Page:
Europol support to law enforcement cooperation & training
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The European Commission has proposed to make the EU law enforcement Agency (Europol) more effective at collecting information, analysing it and sharing these analyses with the Member States. This will let Europol provide more concrete and targeted support to the national law enforcement authorities in their cross-border cooperation and investigations.
At the same time the proposal increases Europol’s accountability to the European Parliament and the national Parliaments and strengthens the protection of personal data.
The new Regulation also reinforces the link between training and support to operational cooperation, by merging the European Police College (Cepol) within Europol and by making Europol responsible for joint training and exchange programmes for police and other law enforcement personnel.
“The EU needs an effective and cost-efficient agency to help Member States fight serious cross-border crime and terrorism, ensuring the safety and security of citizens and protecting the licit economy.
“Our proposals aim to enhance Europol’s role as a European law enforcement agency, to reinforce personal data protection and increase Europol’s accountability to the European Parliament and national parliaments and to ensure the quality and coherence of the training offered to frontline officers,” said Cecilia Malmström EU Commissioner for Home Affairs.
Vice-President Maroš Šefcovic, responsible for Administration and Interinstitutional Affairs, said, “During difficult economic and budgetary times, all EU institutions and agencies have to make efforts to streamline their operations. This reform of Europol shows that it is possible to be cost-efficient while increasing effectiveness at the same time. It is a strong start for the EU’s plans to improve the functioning of its decentralised agencies.”
The activities of organised crime networks are more complex, diverse and internationally spread than ever before. Serious crimes such as trafficking in human beings, drugs, and firearms, corruption, payment card fraud, cybercrime, and terrorist offences cause severe harm to victims, inflict economic damage on a large scale and undermine citizens’ sense of security. Smooth cross-border cooperation, efficient use of information and analysis, and appropriate operational support to investigations are crucial for Member States to adequately respond to these threats.
The Commission proposes to boost Europol’s role as the European law enforcement agency in the following ways:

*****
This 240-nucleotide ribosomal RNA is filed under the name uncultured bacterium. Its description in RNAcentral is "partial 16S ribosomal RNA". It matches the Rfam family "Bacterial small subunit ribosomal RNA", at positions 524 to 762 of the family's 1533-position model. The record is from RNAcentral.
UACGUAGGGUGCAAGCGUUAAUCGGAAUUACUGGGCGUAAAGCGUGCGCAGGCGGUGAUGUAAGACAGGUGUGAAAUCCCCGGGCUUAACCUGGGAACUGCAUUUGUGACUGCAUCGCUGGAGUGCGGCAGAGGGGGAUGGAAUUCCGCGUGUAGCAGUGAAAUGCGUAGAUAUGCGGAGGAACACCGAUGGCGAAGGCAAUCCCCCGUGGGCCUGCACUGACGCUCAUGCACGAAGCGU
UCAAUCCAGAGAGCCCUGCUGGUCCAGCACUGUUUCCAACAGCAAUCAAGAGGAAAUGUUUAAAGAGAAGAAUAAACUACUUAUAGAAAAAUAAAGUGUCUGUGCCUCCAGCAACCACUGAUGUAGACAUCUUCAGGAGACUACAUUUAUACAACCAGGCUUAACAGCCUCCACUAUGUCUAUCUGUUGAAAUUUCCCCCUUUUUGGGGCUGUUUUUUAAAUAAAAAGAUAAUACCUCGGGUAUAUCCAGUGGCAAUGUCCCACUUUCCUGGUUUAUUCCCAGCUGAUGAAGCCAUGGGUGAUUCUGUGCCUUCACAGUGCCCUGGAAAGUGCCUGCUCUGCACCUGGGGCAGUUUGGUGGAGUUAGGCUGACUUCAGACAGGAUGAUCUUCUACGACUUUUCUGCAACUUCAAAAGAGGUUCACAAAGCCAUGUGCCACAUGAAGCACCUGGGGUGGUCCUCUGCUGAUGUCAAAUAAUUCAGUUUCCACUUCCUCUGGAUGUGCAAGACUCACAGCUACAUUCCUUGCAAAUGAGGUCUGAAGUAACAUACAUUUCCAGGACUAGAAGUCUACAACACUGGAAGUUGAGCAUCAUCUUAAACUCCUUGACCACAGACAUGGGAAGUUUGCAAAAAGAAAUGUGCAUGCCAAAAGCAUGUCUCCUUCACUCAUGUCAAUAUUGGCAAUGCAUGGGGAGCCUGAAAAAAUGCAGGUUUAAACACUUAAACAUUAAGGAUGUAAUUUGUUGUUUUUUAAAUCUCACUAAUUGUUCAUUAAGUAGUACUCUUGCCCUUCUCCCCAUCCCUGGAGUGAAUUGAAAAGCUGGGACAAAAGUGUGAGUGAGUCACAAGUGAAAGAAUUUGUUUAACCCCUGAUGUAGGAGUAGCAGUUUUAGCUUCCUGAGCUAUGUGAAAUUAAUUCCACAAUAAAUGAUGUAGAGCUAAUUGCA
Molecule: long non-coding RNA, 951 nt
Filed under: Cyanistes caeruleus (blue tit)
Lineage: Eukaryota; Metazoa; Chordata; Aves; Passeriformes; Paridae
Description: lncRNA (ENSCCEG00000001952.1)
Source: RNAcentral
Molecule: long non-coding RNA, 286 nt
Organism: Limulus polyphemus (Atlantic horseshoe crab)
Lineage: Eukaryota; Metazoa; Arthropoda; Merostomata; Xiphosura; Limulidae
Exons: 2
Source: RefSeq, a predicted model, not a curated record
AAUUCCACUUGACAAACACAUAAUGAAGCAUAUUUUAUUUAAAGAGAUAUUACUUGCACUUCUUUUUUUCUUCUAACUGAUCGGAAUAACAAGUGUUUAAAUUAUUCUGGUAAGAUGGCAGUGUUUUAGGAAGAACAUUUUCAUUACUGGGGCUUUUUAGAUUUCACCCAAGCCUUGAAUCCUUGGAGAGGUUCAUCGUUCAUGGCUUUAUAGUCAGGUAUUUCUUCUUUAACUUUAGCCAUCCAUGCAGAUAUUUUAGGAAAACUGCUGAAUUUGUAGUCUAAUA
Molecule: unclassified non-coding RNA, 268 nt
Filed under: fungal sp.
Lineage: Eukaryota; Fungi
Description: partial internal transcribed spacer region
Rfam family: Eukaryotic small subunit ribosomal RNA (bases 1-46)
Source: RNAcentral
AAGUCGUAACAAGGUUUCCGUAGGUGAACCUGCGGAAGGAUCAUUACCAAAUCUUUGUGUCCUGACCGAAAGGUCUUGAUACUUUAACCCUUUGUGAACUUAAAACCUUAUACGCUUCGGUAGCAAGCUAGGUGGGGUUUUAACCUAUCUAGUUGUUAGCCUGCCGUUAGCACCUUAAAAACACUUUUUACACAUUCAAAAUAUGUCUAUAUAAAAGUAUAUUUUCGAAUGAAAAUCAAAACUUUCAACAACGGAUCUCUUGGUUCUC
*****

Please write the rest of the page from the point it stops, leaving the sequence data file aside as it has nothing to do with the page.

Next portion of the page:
For Europol to truly become the EU hub for information exchange and analysis on serious crime, the Regulation strengthens and clarifies the obligation for Member States to supply data to Europol. Targeted financial support to investigations is also foreseen. Europol will report annually on the quantity and quality of the data supplied by Member States.
To enable Europol to better establish links between data already in its possession and to subsequently analyse them, the agency’s data processing structure will be re-designed. The European Data Protection Supervisor will be given responsibility for external data protection supervision of Europol, and the rights of individuals affected by data processing by Europol will be strengthened.
The regulation merges Europol and Cepol into a single agency, which will be housed in Europol’s headquarters in The Hague, the Netherlands, to realise synergies and efficiency gains. Combining the operational law enforcement cooperation know-how of Europol with the training and education expertise of Cepol will strengthen the links between the two fields. Duplication of support functions in the two agencies will be avoided, and the resulting savings re-invested in training courses.
This is also the fruit of last year’s interinstitutional agreement on decentralised agencies. The so-called ‘Common Approach’ aims to improve the coherence, effectiveness, accountability and transparency of all these agencies, including by looking for synergies and merging agencies, where appropriate.
Finally, to increase parliamentary scrutiny of Europol, the European Parliament and national Parliaments will be consulted on Europol’s strategic multi-annual work programme. Both the European Parliament and the national parliaments will receive information through annual activity reports and final accounts each year, as well as threat assessments, strategic analyses and general situation reports.
With the Stockholm Programme, the European Council called on Europol to evolve and “become a hub for information exchange between the law enforcement authorities of the Member States, a service provider and a platform for law enforcement services.” It also called for the establishment of European training schemes and exchange programmes for all relevant law enforcement professionals at national and EU level.